The International Betting Integrity Association (IBIA) has reported 61 cases of suspicious betting to the relevant authorities during Q1 2020.
The figure marks a 36% increase in the number of suspicious betting cases reported during Q4 2019, and a 65% increase compared to the same period last year.
Khalid Ali, CEO of IBIA, said: “The industry’s main focus is quite understandably on product availability and business viability in a particularly challenging period for the sector globally. That said, it is important to note that the vulnerability of sports and betting to corruption remains an ever-present danger to operator finances.”
In particular, Mr. Ali stated, “IBIA saw an increase in suspicious betting activity in the week leading to the global sports shutdown, highlighting the opportunism of corrupters.” And on this note, he went on to highlight the importance of extra vigilance when sport returns “Whilst there has since been a relative lull, we fully expect the business threat to rise as sport is restored and betting product catalogues return to a level of normality. Indeed, it is clear that corrupt individuals and groups are still operating and seeking to exploit the current situation.”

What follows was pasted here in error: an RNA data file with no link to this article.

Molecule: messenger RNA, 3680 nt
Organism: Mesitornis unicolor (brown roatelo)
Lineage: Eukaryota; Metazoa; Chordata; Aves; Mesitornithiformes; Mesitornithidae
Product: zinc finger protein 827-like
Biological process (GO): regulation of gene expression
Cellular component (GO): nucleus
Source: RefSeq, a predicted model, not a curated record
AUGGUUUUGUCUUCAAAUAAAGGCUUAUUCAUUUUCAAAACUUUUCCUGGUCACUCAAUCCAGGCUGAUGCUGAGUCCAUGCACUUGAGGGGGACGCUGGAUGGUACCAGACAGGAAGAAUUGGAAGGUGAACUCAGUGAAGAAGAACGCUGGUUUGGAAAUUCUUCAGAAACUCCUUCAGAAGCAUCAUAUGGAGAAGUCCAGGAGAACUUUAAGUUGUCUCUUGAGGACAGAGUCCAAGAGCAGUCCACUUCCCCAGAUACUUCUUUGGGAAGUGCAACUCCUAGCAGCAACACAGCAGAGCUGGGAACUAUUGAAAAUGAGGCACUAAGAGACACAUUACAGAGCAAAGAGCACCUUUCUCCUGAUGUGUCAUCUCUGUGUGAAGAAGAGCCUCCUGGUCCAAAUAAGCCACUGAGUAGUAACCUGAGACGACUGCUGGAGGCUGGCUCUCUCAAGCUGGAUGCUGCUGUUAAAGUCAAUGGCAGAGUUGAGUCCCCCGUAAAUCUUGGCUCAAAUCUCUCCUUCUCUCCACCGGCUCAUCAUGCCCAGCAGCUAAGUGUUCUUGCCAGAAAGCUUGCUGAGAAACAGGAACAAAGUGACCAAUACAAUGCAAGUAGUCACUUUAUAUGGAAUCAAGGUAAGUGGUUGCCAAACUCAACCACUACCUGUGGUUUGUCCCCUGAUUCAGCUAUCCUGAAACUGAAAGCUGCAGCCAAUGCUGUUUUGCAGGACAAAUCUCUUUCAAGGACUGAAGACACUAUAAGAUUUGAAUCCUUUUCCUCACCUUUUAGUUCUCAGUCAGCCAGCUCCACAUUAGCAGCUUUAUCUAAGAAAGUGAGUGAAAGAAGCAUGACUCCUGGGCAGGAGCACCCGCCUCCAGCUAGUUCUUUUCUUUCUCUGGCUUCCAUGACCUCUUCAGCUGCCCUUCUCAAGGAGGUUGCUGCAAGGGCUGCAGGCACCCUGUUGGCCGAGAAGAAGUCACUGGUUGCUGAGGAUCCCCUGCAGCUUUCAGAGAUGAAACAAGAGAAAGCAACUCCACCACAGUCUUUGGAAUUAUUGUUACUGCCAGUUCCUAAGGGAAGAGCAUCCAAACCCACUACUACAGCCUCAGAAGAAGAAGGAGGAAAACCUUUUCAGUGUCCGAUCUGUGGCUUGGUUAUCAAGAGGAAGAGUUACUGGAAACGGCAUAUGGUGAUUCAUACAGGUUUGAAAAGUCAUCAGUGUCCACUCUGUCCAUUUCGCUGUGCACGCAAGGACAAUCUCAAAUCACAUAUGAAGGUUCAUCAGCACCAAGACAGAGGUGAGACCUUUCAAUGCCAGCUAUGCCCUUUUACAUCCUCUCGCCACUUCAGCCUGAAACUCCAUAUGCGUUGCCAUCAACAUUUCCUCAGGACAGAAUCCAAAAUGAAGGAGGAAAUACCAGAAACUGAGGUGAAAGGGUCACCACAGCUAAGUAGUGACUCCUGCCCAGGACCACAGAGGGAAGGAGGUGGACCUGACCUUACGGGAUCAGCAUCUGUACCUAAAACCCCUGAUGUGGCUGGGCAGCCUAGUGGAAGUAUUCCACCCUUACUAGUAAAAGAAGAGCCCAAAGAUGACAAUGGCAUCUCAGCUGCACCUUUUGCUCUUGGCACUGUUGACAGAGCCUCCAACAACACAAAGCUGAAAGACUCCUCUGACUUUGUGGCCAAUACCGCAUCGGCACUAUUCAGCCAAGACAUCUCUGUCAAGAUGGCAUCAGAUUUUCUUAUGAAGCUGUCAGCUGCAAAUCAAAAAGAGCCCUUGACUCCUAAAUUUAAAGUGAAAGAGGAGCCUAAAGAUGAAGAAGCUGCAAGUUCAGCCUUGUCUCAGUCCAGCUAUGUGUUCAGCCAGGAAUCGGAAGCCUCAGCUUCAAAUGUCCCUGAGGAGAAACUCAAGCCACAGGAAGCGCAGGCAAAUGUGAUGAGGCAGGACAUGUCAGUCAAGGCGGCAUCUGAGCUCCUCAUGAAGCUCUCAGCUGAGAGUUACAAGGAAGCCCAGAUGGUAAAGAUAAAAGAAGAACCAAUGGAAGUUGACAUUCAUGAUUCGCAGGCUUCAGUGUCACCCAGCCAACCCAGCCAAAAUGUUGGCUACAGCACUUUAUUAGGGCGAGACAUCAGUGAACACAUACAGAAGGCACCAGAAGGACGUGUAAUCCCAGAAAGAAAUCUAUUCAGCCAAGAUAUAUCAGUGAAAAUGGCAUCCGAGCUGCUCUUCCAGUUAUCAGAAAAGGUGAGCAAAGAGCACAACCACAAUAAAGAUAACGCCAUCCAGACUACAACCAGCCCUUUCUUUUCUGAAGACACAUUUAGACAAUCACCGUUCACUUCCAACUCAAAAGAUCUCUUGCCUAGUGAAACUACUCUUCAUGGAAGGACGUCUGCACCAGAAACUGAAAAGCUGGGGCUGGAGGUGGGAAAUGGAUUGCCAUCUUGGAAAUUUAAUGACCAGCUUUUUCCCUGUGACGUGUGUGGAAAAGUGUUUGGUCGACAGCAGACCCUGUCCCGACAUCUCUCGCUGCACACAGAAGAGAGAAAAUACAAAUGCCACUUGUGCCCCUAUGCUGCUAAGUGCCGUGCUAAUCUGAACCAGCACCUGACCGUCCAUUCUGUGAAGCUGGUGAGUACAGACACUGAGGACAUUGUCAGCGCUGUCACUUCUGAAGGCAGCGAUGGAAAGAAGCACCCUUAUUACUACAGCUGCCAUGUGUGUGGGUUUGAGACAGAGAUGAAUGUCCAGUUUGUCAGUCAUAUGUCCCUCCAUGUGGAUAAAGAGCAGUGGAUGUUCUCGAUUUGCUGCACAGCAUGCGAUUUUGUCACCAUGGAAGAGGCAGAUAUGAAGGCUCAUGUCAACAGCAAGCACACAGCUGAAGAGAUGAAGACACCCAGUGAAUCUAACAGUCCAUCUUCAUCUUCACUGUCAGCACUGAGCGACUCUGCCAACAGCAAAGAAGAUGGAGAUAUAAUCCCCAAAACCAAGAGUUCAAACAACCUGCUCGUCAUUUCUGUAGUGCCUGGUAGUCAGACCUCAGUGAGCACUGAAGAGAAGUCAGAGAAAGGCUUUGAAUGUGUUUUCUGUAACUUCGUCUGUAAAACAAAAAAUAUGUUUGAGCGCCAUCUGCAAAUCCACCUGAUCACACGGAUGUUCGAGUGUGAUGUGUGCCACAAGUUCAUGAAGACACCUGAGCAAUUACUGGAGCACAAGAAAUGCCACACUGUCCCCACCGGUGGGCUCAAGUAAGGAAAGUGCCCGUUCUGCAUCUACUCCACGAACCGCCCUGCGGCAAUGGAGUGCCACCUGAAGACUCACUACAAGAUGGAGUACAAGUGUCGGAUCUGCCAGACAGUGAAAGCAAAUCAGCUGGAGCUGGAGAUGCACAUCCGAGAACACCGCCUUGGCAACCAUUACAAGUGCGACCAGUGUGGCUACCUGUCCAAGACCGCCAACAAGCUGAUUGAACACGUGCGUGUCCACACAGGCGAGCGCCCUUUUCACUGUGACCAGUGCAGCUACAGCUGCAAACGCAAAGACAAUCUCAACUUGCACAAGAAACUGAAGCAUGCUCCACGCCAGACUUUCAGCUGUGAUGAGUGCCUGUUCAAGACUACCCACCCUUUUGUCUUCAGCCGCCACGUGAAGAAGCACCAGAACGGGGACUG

Europe accounted for the majority of Q1 2020 alerts, with 44%. This compared to 30% of alerts originating in Asia, 11% in Africa, 10% in South America and 5% in North America. Russia was responsible for the highest number of alerts in an individual country, recording 11 instances of suspicious betting activity.
The continuing long term trends, tennis (ATP Challenger, Futures) generated 31 alerts, by far the highest of any sport. Meanwhile, 18 cases were reported for football, 5 for basketball, 4 for table tennis and one each in volleyball, cricket and boxing.
Specifically, the TIU (Tennis Integrity Unit) has published an official press release in which 38 reports were reported in the first quarter of 2020. The period takes into consideration the time frame from 1 January 2020 to 22 March 2020, because there were no Tennis tournaments after this date due to the coronavirus emergency. All the notices came from minor tournaments: 6 from the ATP Challenger and 32 – equally divided between male and female tournaments – from the Futures.
Once more, ATP Challenger and Futures Tennis tournaments are the most exposed to match-fixing. So be careful when you bet on these markets.